The business gets a promise to pay from their customer and gives up a product or service to their customer.

Purchase goods and/or services
Cash Purchase-business pays the supplier at the time of purchase
The business gets a product or service from their supplier and gives up cash or a check to their supplier.

On Account Purchase-supplier allows the business time to pay
The business gets a product or service from a supplier and gives up a promise to pay to their supplier.

Pay Supplier Charge Purchases -pay suppliers for products and/or services that we promised to pay for later (charge).
The business gets the amount of their promise to pay the supplier reduced and gives up cash or a check.

Receive Customer Charge Payments -receive payments from a customer that promised to pay us later (charge sale).
The business gets cash or a check from their customer and gives up (reduces the amount of) their customer's promise to pay.

Borrow Money (Loans) The business gets cash or equipment and gives up a promise to pay.

Repay a Loan
The business gets the amount of their promise to pay reduced and gives up cash or a check.

The business gets the owner's claim to the business assets reduced and gives up cash or a check.

The business gets services from their employees and gives up a check.

These common types of business transactions are the underlying basis for the use of specialized journals.
A revenue or expense stream that changes a cash account over a given period. Cash inflows usually arise from one of three activities - financing, operations or investing - although this also occurs as a result of donations or gifts in the case of personal finance. Cash outflows result from expenses or investments. This holds true for both business and personal finance.

2. An accounting statement called the "statement of cash flows", which shows the amount of cash generated and used by a company in a given period. It is calculated by adding noncash charges (such as depreciation) to net income after taxes. Cash flow can be attributed to a specific project, or to a business as a whole. Cash flow can be used as an indication of a company's financial strength.

1. In business as in personal finance, cash flows are essential to solvency. They can be presented as a record of something that has happened in the past, such as the sale of a particular product, or forecasted into the future, representing what a business or a person expects to take in and to spend. Cash flow is crucial to an entity's survival. Having ample cash on hand will ensure that creditors, employees and others can be paid on time. If a business or person does not have enough cash to support its operations, it is said to be insolvent, and a likely candidate for bankruptcy should the insolvency continue.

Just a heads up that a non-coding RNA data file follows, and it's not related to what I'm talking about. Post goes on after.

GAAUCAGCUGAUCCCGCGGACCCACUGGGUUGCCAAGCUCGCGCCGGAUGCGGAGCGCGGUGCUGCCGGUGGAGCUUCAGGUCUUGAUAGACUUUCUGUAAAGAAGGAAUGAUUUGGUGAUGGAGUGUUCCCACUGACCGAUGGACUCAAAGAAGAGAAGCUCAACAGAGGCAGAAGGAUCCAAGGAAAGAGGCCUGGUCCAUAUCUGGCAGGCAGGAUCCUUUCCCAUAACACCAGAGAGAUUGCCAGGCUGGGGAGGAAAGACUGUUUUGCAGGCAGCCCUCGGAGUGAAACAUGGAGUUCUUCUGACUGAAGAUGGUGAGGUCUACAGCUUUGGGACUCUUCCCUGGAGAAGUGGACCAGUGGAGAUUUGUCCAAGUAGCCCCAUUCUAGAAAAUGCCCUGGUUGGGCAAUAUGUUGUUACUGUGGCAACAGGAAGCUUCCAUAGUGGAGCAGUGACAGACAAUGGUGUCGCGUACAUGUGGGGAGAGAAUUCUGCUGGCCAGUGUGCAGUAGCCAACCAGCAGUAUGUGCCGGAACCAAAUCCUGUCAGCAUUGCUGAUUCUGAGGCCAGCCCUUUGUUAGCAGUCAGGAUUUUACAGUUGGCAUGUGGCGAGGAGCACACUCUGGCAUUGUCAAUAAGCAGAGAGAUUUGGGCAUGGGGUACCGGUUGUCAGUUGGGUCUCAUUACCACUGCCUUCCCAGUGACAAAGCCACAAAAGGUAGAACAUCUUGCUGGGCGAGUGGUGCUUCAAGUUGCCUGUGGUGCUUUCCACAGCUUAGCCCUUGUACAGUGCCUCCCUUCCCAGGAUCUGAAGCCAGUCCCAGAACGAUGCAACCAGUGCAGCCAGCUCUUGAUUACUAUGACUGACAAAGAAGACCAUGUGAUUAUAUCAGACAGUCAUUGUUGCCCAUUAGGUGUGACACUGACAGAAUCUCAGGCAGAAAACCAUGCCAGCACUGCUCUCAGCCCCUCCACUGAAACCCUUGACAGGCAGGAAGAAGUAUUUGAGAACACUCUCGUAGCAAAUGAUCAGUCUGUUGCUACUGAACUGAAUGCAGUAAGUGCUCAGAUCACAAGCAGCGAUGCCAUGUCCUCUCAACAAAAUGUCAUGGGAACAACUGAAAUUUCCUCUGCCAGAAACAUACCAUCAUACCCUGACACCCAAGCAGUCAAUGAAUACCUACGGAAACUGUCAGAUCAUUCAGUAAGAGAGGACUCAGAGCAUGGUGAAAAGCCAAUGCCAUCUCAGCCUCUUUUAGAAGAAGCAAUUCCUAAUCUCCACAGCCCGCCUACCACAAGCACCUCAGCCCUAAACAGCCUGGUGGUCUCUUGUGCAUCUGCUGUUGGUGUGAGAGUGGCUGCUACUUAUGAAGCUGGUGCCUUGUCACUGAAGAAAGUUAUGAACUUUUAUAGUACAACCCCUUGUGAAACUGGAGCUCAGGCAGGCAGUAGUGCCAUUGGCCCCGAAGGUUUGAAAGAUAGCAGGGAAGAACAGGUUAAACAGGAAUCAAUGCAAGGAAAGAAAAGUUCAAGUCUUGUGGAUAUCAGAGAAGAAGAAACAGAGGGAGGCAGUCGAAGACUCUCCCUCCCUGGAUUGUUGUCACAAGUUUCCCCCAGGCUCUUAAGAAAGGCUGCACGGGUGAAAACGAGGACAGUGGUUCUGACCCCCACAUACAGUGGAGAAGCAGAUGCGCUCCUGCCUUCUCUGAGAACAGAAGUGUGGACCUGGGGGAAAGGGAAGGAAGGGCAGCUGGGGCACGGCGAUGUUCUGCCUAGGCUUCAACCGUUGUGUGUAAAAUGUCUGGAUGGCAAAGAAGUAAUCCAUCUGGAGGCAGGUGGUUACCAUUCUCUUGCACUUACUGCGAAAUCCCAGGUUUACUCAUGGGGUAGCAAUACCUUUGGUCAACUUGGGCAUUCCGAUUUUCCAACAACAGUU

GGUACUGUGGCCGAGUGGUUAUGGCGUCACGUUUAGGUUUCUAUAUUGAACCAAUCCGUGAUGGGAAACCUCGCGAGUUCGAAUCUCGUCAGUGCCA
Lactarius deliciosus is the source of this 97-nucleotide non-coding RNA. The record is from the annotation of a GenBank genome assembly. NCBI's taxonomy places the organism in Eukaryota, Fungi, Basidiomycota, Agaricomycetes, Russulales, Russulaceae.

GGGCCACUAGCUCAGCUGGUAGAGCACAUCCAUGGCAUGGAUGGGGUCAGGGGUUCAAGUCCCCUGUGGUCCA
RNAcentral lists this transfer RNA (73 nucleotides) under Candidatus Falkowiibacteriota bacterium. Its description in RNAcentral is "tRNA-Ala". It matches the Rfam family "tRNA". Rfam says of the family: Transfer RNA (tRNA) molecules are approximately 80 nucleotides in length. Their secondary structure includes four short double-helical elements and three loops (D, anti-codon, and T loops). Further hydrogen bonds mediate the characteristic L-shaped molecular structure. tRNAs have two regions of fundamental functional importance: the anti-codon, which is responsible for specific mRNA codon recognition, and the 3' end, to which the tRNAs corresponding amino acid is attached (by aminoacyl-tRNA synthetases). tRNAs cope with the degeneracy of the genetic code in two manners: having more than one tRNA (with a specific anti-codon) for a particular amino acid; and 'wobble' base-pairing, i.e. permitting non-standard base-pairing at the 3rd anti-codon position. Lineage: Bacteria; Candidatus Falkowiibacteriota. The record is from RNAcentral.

2. The statement of a business's cash flows is often used by analysts to gauge financial performance. Companies with ample cash on hand are able to invest the cash back into the business in order to generate more cash and profit.
A performance measure used to evaluate the efficiency of an investment or to compare the efficiency of a number of different investments. To calculate ROI, the benefit (return) of an investment is divided by the cost of the investment; the result is expressed as a percentage or a ratio.

The return on investment formula:

ROI = [(Payback - Investment)/Investment)]*100

In the above formula "gains from investment", refers to the proceeds obtained from selling the investment of interest. XXXX is a very popular metric because of its versatility and simplicity. That is, if an investment does not have a positive ROI, or if there are other opportunities with a higher ROI, then the investment should be not be undertaken.

Keep in mind that the calculation for XXXX and, therefore the definition, can be modified to suit the situation -it all depends on what you include as returns and costs. The definition of the term in the broadest sense just attempts to measure the profitability of an investment and, as such, there is no one "right" calculation.

For example, a marketer may compare two different products by dividing the gross profit that each product has generated by its respective marketing expenses. A financial analyst, however, may compare the same two products using an entirely different XXXX calculation, perhaps by dividing the net income of an investment by the total value of all resources that have been employed to make and sell the product.

This flexibility has a downside, as XXXX calculations can be easily manipulated to suit the user's purposes, and the result can be expressed in many different ways. When using this metric, make sure you understand what inputs are being used.
Maintain an accurate check book, register or cash summary record.
• Make daily bank deposits and deposit your receipts intact (don't pay bills with cash out of your cash receipts).
• Make all disbursements by check whenever possible.
• Prepare Monthly Bank Reconciliations.
• Establish procedures for handling cash and insuring that all cash is properly accounted for and timely deposited in your bank.
• Establish relationships with banks and other lending resources so you already have in place a source you can go to for help if you experience a temporary cash shortage.
• Strive to pay your suppliers and creditors on time. By building a good credit record and establishing a good relationship they are more inclined to work with you if you encounter a temporary cash shortage.
• Establish Credit Terms and Policies applicable to your trade or business and investigate and continue to monitor customers that you sell to and grant credit terms. Notice I said continually monitor your customers credit status. Do you know why ? Few things in life stay the same. Just because a customer had great credit when you approved them does not necessarily mean that their business can't experience a down turn. If that happens their problems might also cause your business some problems in collecting what they owe you.
• If you have quite a few cash related transactions each day, you may want to prepare a daily cash status report. If you don't have a lot of daily banking transactions, you may just want to prepare the report on a weekly basis.
• Analyze your cash needs and prepare Cash Forecasts / Budgets to help identify possible future cash shortages and allows you the time needed to take corrective action(s).